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ISO 50001 - Confederation Heights' Central Heating and Cooling Plant

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April 7, 2022

The second in a series about the ISO 50001 Standard and the collaboration between Public Service and Procurement Canada (PSPC) and Innovate Energy (IE).

Carlo Burri had retired from Public Service and Procurement Canada when he was asked to helm the operations at the Confederation Heights Plant located on Heron Road by Black & Mcdonald. Burri had previously been Plant Chief at the National Research Council Plant on Sussex Drive and was familiar with the developing energy policy surrounding efficiency.

Working in the plant proves challenging, especially in hot weather and gauging the capacity of the peak loads. Plant operators are tasked with deciding which equipment to use and when, while maintenance is necessary to keep the boilers and chillers running efficiently.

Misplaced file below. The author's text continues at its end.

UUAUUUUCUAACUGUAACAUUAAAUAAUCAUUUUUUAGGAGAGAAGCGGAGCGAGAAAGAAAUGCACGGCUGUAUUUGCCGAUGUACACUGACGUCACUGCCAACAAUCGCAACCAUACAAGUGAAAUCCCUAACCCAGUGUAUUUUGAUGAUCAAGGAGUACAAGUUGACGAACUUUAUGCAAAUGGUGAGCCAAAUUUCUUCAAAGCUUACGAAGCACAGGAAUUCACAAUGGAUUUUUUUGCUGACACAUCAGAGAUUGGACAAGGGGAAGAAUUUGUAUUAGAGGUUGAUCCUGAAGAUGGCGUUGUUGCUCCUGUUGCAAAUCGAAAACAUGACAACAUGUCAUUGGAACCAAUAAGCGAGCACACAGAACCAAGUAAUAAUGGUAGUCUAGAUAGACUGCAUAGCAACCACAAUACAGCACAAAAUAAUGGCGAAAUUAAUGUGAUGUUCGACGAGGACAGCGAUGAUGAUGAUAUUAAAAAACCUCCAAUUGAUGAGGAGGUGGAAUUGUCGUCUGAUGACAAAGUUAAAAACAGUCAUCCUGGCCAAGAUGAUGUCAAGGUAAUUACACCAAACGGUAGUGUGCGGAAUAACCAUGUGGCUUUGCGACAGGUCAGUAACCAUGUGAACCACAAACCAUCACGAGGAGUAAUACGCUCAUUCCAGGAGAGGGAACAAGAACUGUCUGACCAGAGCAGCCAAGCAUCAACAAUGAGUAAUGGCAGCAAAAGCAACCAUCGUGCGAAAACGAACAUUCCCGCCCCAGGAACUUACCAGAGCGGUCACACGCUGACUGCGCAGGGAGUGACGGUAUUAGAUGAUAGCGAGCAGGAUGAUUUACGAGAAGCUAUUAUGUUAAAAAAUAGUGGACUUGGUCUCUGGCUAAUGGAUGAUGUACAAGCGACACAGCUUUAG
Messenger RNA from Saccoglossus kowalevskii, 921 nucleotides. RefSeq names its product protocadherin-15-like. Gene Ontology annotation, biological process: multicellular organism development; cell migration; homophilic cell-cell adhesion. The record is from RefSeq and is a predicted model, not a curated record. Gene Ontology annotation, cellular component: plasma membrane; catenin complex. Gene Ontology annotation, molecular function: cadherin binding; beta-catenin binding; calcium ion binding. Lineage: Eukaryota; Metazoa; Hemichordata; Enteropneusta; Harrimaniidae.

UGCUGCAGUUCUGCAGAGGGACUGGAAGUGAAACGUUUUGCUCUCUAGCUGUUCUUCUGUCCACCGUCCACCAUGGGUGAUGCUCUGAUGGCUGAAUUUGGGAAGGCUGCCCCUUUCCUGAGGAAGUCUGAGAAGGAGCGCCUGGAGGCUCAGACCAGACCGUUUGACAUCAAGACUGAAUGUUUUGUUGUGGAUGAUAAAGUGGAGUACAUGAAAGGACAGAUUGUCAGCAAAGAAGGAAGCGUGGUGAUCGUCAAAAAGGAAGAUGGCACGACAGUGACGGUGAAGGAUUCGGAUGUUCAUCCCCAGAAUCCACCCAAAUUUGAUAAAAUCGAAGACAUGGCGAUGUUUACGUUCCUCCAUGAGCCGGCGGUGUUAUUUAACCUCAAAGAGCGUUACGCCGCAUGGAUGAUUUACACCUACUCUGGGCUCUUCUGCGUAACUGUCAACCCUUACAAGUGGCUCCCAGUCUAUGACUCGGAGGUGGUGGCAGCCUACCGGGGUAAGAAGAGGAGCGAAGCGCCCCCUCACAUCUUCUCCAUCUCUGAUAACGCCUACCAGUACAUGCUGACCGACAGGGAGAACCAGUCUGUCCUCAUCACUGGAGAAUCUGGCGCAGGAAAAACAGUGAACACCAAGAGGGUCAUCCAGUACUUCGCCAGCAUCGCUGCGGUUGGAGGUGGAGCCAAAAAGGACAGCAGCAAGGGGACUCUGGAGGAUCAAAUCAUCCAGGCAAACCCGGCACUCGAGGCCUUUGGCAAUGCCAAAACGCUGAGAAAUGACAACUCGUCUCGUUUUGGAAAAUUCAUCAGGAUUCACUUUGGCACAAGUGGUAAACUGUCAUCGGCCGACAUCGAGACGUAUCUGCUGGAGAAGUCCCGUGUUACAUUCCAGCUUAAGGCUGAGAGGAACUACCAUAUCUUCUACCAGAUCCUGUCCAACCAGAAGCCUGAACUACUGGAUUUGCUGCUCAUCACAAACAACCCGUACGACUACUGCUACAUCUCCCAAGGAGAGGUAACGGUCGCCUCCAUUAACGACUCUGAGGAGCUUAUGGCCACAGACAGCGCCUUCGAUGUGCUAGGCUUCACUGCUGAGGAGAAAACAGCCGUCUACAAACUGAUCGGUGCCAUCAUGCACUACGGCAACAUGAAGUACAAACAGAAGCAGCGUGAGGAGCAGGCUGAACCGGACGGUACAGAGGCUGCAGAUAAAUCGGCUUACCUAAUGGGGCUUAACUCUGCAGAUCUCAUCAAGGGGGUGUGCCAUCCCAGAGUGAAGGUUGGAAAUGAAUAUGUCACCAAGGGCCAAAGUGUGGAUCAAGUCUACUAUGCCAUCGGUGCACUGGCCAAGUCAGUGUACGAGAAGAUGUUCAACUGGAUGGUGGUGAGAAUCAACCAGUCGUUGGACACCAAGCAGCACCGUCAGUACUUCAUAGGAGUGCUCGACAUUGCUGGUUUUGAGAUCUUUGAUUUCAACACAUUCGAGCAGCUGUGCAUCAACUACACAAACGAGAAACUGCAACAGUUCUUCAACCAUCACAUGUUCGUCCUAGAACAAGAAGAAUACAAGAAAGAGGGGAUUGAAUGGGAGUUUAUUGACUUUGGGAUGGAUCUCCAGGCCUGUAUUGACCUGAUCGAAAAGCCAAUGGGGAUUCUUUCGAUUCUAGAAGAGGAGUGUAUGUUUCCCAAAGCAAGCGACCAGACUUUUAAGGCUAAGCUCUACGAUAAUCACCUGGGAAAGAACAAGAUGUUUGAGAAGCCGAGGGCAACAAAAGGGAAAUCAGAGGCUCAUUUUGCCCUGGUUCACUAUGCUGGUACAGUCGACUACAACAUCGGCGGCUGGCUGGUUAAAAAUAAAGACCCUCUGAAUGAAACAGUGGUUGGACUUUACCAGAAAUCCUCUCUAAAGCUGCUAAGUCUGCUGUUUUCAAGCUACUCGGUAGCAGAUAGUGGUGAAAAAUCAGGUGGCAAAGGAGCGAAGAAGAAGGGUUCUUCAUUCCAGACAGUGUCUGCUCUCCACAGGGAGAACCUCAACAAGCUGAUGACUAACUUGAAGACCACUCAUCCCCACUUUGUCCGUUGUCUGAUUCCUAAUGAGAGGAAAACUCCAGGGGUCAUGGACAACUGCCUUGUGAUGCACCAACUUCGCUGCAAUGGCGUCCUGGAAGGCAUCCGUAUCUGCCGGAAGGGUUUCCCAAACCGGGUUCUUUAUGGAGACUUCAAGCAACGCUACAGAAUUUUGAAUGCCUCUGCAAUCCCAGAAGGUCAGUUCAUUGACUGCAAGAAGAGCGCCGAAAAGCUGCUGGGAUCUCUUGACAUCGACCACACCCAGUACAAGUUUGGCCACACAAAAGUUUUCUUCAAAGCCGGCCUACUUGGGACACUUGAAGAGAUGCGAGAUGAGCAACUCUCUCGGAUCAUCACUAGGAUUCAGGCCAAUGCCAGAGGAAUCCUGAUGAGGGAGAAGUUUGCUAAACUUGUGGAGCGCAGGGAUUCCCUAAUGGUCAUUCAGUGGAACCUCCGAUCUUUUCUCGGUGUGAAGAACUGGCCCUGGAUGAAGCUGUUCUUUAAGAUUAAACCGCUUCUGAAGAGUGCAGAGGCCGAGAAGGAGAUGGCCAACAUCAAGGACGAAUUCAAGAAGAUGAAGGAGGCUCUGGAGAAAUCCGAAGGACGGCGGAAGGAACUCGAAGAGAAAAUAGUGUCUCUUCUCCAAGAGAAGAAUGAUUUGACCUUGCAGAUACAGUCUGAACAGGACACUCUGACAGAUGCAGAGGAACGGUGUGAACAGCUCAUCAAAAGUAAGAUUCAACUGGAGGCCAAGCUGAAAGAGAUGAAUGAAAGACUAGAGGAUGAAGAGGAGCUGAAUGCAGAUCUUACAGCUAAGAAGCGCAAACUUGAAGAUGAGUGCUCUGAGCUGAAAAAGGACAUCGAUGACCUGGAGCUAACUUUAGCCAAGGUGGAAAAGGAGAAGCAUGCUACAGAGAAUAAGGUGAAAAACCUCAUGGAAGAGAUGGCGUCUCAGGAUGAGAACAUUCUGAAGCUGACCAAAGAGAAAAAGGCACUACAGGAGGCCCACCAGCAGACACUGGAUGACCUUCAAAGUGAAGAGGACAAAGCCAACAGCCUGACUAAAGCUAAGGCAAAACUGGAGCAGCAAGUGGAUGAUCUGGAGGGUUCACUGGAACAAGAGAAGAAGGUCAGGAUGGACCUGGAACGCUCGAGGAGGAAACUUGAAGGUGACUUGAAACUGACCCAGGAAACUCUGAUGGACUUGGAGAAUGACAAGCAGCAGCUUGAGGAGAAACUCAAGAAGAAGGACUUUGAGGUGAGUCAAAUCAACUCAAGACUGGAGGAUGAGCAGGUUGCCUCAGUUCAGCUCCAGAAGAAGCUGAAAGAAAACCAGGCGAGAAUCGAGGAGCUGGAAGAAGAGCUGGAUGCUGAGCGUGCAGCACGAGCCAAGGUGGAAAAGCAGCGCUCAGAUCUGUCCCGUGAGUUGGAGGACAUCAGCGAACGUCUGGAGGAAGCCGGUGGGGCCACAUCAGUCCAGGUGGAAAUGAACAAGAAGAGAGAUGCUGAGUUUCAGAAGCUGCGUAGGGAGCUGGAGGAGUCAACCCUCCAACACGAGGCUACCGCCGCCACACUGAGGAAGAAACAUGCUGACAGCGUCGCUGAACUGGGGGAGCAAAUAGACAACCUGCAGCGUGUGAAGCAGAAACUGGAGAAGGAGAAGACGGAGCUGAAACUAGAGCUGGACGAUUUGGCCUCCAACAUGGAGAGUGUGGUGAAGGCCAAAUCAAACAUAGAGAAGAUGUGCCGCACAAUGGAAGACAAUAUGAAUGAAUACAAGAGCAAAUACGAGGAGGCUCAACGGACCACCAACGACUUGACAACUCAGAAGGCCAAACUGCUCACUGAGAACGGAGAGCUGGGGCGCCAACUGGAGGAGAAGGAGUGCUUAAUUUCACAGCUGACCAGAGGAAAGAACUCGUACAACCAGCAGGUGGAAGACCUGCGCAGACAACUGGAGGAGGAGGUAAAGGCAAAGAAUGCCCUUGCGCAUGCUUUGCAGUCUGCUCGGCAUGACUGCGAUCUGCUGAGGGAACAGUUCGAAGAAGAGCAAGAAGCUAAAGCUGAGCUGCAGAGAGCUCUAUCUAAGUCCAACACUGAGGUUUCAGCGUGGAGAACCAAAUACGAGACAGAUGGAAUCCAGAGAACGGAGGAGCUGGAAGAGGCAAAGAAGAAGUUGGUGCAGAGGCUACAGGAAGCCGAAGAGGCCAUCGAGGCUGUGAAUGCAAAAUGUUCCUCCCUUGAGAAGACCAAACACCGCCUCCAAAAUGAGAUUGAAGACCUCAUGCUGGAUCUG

At the Confederation Heights Plant there is a Plant Chief, Plant Manager, Administrator, Operator and Maintenance Mechanic working at all times. Confederation Heights looks after 9 buildings, a relatively small number compared to the other plants on the district energy system. Burri noted to me that COVID-19 has decreased the load demand significantly as not as many employees are in the buildings.

According to Burri, ISO 50001 Standard hasn’t been difficult to maintain. He attributes this to the equipment (50 year old boilers and 20 year old chillers) and the use of variable speed drive which runs slower and more efficiently. At the plant the boilers and chillers are manually started, with a warm stand by boiler on at all times. The chillers are turned off in October, and tested to prepare for the heat and humidity of Ottawa’s summer months.

Although Confederation Heights is run by Black&McDonald, it is all part of the facilities management provided by Innovate Energy. Clear and accurate communication among staff and management is paramount to maintain the ISO 50001 certification and emphasizes the importance of collaboration through a P3 contract.